John's life bridged the seventh and eighth centuries. His father was the controller of revenues for the government in Damascus, and he ransomed an enslaved Sicilian monk to be the tutor for young John. Having received an outstanding classical religious education, John became a scholarly monk when a change in the local government made it distasteful for him to follow his father in the civil service.
The hot religious topic of the day was iconoclasm, the destruction of religious icons. As noted on earlier posts, some felt that icons violated the commandment against graven images. Zealots, both Christian and Muslim, felt compelled to destroy the icons held by others. Often it is not enough to follow the commandments; one must also force others to follow the commandments, on pain of death, if necessary.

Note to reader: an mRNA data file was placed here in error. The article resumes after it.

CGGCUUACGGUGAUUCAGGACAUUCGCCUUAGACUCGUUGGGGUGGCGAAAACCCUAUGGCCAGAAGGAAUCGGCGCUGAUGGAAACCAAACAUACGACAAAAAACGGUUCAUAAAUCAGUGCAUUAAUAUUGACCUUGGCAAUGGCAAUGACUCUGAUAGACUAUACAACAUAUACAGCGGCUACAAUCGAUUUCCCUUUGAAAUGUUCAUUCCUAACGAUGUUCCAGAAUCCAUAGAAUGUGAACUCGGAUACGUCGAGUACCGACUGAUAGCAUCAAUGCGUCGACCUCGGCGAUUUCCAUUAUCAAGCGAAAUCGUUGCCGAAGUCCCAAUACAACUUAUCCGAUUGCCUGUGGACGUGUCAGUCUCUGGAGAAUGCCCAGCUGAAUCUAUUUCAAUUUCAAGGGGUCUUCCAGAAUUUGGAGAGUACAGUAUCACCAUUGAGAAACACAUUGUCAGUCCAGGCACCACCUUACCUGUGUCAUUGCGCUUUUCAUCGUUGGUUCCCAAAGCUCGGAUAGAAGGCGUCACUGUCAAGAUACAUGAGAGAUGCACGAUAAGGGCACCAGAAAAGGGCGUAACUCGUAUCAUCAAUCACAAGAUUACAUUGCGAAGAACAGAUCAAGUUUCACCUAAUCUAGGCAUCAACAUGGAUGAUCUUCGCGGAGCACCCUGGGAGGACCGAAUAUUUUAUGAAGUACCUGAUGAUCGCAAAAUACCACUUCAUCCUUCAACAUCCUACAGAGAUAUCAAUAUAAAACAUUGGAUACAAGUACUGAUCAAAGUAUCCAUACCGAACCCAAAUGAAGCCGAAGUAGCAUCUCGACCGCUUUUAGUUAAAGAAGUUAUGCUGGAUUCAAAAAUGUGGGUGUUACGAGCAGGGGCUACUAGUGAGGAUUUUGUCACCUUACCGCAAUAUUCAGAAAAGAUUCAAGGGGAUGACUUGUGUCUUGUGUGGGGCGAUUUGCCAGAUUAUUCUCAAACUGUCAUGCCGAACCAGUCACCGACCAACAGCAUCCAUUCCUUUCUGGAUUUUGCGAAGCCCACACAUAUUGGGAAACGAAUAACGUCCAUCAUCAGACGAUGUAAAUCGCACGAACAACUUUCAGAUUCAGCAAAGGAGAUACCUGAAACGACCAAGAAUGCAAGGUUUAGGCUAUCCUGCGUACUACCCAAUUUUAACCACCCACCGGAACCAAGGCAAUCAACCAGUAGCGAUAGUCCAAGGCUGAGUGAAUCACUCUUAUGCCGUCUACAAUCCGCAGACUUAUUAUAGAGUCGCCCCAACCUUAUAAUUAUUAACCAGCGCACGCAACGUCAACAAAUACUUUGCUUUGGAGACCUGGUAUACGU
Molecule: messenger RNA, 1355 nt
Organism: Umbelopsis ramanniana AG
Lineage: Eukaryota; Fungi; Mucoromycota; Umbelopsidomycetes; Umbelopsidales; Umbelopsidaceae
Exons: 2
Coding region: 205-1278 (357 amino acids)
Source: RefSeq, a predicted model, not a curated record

Like many monks and priests, especially those classically trained, John felt that icons served valuable roles in religion -- they were instructional tools, reminders & prompts for reverential thoughts, and focal points during worship. The defenders of icons did not believe that the objects were gods or should be prayed to, but the fear that they might be idolaters drove the iconoclasts to violence.
Now here's the interesting part. John wrote tracts against iconoclasm. The Emperor, a dedicated iconoclast, usually punished his critics and opponents with prison or even death. But John was living in Damascus, which was by that time under the Muslim caliphate. Of course the Caliph was also an iconoclast, but as long as John paid the poll tax levied on non-Muslims, he was more or less free to write what he wanted.